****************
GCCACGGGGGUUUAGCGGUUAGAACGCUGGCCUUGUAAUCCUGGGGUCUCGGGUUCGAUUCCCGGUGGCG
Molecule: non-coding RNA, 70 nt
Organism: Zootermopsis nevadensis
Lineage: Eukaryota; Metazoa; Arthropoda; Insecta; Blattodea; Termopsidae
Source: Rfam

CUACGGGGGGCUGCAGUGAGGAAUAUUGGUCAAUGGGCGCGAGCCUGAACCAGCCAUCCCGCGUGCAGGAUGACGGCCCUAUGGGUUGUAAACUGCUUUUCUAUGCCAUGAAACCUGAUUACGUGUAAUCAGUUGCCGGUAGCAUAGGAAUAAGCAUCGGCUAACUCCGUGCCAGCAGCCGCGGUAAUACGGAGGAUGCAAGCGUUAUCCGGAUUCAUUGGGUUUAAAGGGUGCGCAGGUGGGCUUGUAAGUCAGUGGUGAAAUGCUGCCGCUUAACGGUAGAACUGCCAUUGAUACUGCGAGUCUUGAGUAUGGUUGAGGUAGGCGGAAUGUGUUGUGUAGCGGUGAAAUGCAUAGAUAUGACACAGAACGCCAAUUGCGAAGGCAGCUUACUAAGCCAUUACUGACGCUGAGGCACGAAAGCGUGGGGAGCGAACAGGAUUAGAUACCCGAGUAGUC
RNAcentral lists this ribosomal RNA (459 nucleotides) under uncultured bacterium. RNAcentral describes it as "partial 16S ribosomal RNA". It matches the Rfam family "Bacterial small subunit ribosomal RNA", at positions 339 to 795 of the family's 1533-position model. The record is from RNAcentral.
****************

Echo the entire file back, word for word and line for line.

GCCACGGGGGUUUAGCGGUUAGAACGCUGGCCUUGUAAUCCUGGGGUCUCGGGUUCGAUUCCCGGUGGCG
Molecule: non-coding RNA, 70 nt
Organism: Zootermopsis nevadensis
Lineage: Eukaryota; Metazoa; Arthropoda; Insecta; Blattodea; Termopsidae
Source: Rfam

CUACGGGGGGCUGCAGUGAGGAAUAUUGGUCAAUGGGCGCGAGCCUGAACCAGCCAUCCCGCGUGCAGGAUGACGGCCCUAUGGGUUGUAAACUGCUUUUCUAUGCCAUGAAACCUGAUUACGUGUAAUCAGUUGCCGGUAGCAUAGGAAUAAGCAUCGGCUAACUCCGUGCCAGCAGCCGCGGUAAUACGGAGGAUGCAAGCGUUAUCCGGAUUCAUUGGGUUUAAAGGGUGCGCAGGUGGGCUUGUAAGUCAGUGGUGAAAUGCUGCCGCUUAACGGUAGAACUGCCAUUGAUACUGCGAGUCUUGAGUAUGGUUGAGGUAGGCGGAAUGUGUUGUGUAGCGGUGAAAUGCAUAGAUAUGACACAGAACGCCAAUUGCGAAGGCAGCUUACUAAGCCAUUACUGACGCUGAGGCACGAAAGCGUGGGGAGCGAACAGGAUUAGAUACCCGAGUAGUC
RNAcentral lists this ribosomal RNA (459 nucleotides) under uncultured bacterium. RNAcentral describes it as "partial 16S ribosomal RNA". It matches the Rfam family "Bacterial small subunit ribosomal RNA", at positions 339 to 795 of the family's 1533-position model. The record is from RNAcentral.